Jesus said, “Look at the fields! They are ripe for harvest.” (John 4:35b NIV) Therefore, we pray that the Lord will send someone to cross the path of the lost, for scripture says we are to “pray the Lord of the harvest to send out laborers into His harvest.” (Matt. 9:38 NKJV)

God “doesn’t want anyone lost.” (2 Peter 3:9b Msg) He desires all mankind to recognize Him as the Good Shepherd of the sheep. Of those who do not yet acknowledge Him as the Shepherd, He agonizes that they are lost without Him. His family flock is incomplete without them.

Just while you are reading this, hoards of lost sheep have wandered off the path and have fallen off the precipice of life. Is there a lost sheep you can rescue from falling into the great abyss of eternal death?

Is your life impacted by those intimate words shared with the Lord in your prayer times? Are you influenced, transformed, and renewed enough to impact the lives of others with your prayers?

May your prayer times transform you and, in turn, impact the lives of others for the Kingdom of God!

~~Blessings, Lynn~~

Ten I’s of Prayer #7

The English dictionaries define ‘increase’ as to make greater as in number, size, strength, extent, capacity, scope, or quality, augment, add to, multiply, to reproduce, intensify, or enlarge.

Since this is on prayer, two things come to mind when I think of increase. Well, more than two, but we’ll just look at two.

Our prayers…

* increase our faith

First of all, faith and prayer must go hand in hand. If we believe and have confidence in God, then we pray to Him.

Prayer without faith degenerates into ineffective utterances. What’s the point of praying if we have no faith? A prayer breathed in faith unfurls its fragrance at the Father’s feet. Spurgeon said, “Prayer cannot draw down answers from God’s throne except it be the earnest prayer of the man who believes.”

Through our intimate conversations with the Father, He reveals Himself and His truths to us, communicating His heart to us as we listen to Him, which then increases our faith.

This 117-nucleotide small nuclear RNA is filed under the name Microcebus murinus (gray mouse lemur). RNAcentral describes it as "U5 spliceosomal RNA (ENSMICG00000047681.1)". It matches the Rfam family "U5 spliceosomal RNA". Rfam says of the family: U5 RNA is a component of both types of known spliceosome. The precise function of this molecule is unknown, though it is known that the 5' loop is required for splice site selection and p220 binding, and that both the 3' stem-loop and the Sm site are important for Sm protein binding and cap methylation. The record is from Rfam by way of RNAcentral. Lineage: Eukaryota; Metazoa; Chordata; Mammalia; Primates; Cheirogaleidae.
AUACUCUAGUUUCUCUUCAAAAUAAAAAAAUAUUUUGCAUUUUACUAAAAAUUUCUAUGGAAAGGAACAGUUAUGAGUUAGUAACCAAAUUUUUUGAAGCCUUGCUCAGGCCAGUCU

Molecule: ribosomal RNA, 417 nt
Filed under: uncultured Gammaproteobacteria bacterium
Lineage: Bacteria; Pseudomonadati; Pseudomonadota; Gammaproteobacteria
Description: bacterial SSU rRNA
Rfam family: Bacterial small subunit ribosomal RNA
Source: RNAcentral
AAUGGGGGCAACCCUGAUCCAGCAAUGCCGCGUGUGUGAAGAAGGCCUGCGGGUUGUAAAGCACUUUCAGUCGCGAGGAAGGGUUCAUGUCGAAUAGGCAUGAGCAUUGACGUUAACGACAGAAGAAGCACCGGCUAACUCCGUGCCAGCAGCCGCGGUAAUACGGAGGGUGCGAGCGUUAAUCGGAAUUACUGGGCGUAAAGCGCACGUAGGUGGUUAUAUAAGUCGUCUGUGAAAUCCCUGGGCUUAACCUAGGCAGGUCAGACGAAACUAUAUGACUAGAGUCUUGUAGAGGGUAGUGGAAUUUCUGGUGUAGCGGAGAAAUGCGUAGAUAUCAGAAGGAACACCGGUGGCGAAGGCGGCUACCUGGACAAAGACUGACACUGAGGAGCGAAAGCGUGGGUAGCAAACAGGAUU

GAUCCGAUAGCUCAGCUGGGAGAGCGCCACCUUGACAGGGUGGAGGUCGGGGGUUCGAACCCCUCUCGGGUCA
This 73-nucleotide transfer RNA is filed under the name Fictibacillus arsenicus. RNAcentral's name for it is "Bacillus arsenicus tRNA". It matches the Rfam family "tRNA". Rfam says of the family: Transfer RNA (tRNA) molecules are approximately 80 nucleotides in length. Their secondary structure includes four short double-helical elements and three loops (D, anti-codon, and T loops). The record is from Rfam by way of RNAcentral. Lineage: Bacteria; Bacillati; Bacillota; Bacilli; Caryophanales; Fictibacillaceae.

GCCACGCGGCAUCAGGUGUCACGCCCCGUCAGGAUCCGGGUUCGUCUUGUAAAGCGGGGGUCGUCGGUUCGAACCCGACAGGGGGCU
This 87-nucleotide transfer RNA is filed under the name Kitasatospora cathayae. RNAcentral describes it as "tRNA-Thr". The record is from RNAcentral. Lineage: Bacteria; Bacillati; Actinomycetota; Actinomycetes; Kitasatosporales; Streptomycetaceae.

However, if we do not mix faith with God’s Word, His promises, and the things He whispers to our hearts, then, we resemble the Israelites, for “the word which they heard did not profit them, not being mixed with faith in those who heard it.” (Heb. 4:2b NKJV)

Sometimes a promise of God stalls in its appearance. What happens when inactivity occurs, when a promise seems to drift farther and farther away, when circumstances linger incessantly and patience wears thin? Are we more concerned about the problem or God’s promise? What happens to our faith? Does it increase or decrease?

God’s purpose in inspiring the writing of His Word was to “give us hope and encouragement as we wait patiently for His promises,” (Rom. 15:4b NLT) to increase our faith that we “do not become sluggish, but imitate those who through faith and patience inherit the promises.” (Heb. 6:12 NKJV)

James said, “If you don’t ask with faith, don’t expect the Lord to give you any solid answer.” (James 1:7 TLB)

Our waiting may seem unproductive, yet, “we must keep trusting God for something that hasn’t happened yet, it teaches us to wait patiently and confidently.” (Rom. 8:25 TLB)

If our prayers increase our faith, then they also…

* magnify the Lord

To increase or enlarge also means to magnify, as to increase in actual size, exaggerate, amplify, and intensify. ‘Magnify’ is also defined as to extol, praise, glorify, to make seem more important, and so on.

The disciple John said it most succinctly, “He must increase, but I must decrease.” (John 3:30 NKJV)

How do we do that? As we release ourselves to the Lord for His total control, He increases and we decrease.

As the definition also says, it means to magnify. So we increase or magnify the Lord in our prayers. How do we do that? I don’t think we fully understand what magnifying the Lord means.

To extol or praise highly and exalt God enlarges His image, His power, His love, all His characteristics, intensifying them more than our circumstances or our list of wants.

If we constantly boo-hoo our circumstances or our unfulfilled desires more than praising God, we magnify our circumstances and lack above God’s character and power. David said, “I will praise the name of God with a song, and will magnify Him with thanksgiving.” (Ps. 69:30 NKJV)

Prayer is not complete without praise and thanksgiving. Paul said, “Always maintain the habit of prayer; be both alert and thankful as you pray.” (Col. 4:2 Phillips)

Therefore, do we still raise our hands in praise and worship when in painful despair? Do we still fall on our knees in His presence and exalt His name when in a heart-wrenching trial?

God is always faithful to the promises in His Word, for the One Who breathes His promises into our hearts will not fail to manifest them, when our faith is increased to obey His Word and we magnify His presence and His name above all else.

~~Magnifying the Lord with you, Lynn~~